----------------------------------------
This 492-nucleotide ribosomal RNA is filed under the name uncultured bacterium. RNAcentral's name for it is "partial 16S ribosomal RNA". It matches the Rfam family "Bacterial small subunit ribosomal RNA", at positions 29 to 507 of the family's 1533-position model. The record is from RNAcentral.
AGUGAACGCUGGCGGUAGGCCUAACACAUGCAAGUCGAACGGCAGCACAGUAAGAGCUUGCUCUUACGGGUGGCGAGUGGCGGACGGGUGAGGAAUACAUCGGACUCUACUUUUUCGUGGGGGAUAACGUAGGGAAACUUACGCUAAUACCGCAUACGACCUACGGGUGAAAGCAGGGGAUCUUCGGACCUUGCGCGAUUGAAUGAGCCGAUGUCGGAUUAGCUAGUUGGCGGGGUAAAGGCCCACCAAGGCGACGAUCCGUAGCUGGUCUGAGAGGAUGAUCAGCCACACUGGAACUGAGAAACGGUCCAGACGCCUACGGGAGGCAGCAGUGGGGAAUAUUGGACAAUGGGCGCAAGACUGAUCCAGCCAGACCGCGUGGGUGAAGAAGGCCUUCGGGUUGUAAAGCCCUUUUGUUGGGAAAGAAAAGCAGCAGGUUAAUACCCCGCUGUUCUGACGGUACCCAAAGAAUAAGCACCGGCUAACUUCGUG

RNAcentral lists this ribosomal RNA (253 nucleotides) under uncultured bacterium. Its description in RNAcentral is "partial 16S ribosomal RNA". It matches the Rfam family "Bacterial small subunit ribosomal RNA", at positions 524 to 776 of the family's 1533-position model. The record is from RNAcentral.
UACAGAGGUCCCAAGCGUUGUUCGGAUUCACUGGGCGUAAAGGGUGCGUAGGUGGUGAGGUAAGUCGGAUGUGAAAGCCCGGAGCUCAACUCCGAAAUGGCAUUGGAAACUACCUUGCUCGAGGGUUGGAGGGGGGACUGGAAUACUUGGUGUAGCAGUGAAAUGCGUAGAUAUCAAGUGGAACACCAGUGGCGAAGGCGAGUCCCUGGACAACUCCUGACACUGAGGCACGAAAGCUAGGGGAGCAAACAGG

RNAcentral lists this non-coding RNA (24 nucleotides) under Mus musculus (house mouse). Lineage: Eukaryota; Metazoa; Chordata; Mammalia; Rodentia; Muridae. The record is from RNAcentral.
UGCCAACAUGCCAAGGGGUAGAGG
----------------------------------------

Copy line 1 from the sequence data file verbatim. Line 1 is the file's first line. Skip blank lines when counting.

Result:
This 492-nucleotide ribosomal RNA is filed under the name uncultured bacterium. RNAcentral's name for it is "partial 16S ribosomal RNA". It matches the Rfam family "Bacterial small subunit ribosomal RNA", at positions 29 to 507 of the family's 1533-position model. The record is from RNAcentral.